My favorite page is the "More Contemporary Artists" page. Check out MaLiang who combines theater, and aged photo effects, and Julia Fullerton-Batten who directs and creates elaborate images that play with scale or movement, or repetition. John Manno has some new ideas for shooting still lifes and objects, and Keven Erickson has found beauty in motion blur.
Saturday, July 11, 2009
This book definitely crosses over into the realm of Photoshop as an artform, instead the Photoshop cool tricks (boring!) arena...even though you might think some of the finished examples are a little cheesy. Get past that and the techniques are very interesting and useful.
This book is perfect for educators (as well as traditional illustrators who find their clients can't always pay for the time for traditional media illustrations). Screenshots are extremely effective and this book has a lot of them. Most young people are very visual, and of couse, all artists are. I spend lots of extra hours creating screenshots for my students after realizing how effective they are as a teaching tool.
If you are dipping your toes into painting with Photoshop, this book is a great start if you already understand basic Photoshop. It is much better than searching for online tutorials, which half the time are not clearly explained, and the physical book makes for a great reference to keep going back to.
The techniques described are not what you would find just by applying a filter or two. The author spent many hours experimenting with techniques that now you don't have to spend hours figuring out yourself. Whether or not you think all the finished examples are inspiring works of art doesn't matter. These techniques are very useful and I plan on teaching several to my students.
I also enjoyed the respectful discussions of traditional media. I for one would always prefer to use real pastels...when I have a lot of time, but, it would be a huge mistake to not address this digital art form. After all, it still takes an artist to turn these techniques into exciting works of art.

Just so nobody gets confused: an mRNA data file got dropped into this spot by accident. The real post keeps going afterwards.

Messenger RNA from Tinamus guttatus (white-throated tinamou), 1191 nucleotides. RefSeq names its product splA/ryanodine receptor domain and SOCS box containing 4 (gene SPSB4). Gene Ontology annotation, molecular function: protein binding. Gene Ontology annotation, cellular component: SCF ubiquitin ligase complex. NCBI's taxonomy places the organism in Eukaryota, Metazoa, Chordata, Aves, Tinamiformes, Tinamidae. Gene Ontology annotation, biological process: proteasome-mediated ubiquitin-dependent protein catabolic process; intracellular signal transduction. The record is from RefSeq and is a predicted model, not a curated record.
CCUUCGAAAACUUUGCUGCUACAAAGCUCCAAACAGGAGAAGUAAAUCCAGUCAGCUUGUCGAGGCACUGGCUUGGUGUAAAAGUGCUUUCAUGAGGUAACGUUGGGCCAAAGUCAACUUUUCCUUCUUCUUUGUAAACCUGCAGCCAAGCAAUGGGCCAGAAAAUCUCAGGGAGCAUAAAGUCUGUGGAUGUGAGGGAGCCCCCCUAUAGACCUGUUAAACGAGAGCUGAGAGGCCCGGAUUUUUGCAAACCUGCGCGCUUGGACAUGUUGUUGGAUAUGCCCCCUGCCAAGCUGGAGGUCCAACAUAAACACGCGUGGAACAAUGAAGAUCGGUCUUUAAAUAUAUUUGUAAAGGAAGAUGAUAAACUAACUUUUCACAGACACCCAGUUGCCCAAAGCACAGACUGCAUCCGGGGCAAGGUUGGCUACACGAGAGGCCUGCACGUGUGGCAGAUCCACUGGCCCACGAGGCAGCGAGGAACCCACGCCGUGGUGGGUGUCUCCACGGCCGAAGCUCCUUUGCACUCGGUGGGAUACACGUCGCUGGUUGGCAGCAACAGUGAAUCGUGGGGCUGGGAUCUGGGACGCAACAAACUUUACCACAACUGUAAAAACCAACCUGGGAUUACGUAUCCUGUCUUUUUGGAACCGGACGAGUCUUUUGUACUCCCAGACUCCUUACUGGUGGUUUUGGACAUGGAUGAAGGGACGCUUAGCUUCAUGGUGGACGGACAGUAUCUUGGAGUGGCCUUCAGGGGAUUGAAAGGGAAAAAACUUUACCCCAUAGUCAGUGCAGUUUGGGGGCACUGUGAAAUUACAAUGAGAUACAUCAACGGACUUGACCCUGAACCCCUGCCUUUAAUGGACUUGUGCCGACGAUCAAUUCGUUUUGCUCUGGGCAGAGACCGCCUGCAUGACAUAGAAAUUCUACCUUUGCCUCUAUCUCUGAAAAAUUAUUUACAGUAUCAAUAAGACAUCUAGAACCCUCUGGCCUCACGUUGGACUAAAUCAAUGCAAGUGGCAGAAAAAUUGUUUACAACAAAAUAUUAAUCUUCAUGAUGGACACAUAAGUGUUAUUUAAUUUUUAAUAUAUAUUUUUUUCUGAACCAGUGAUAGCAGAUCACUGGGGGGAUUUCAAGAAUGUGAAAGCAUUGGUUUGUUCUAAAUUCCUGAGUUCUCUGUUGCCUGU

Don't worry, if you are a well-trained artist, your finished products will not look like you were a non-artist who thought Photoshop turned you into an artist, and I especially think that any serious art student who plans on majoring in illustration, graphic design, animation, or art history really needs to be exposed to this aspect of Photoshop.
Tuesday, May 26, 2009
Tuesday, March 3, 2009
Sunday, January 11, 2009
Students at Big Sky High School in Missoula, Montana has pulled off something as big as, well the Montana sky. With the help of their teacher, Lorilee Evans-Lynn, they have turned their school's literary arts magazine into an international magazine with photography, art and writing submissions coming from high school students all over the world. They even have a board of national writers and poets. Being an art and literary magazine advisor myself, and having to go digital this year since our budgets were drastically cut, and we couldn't get enough people to buy the printed ones, I can just imagine the amount of work that goes into fundraising. Aerie International is truly inspiring. I have several students preparing to submit poetry.
If you didn't get their flyer this year, check out their website and encourage your students to submit. The deadline is February 1st for 2009.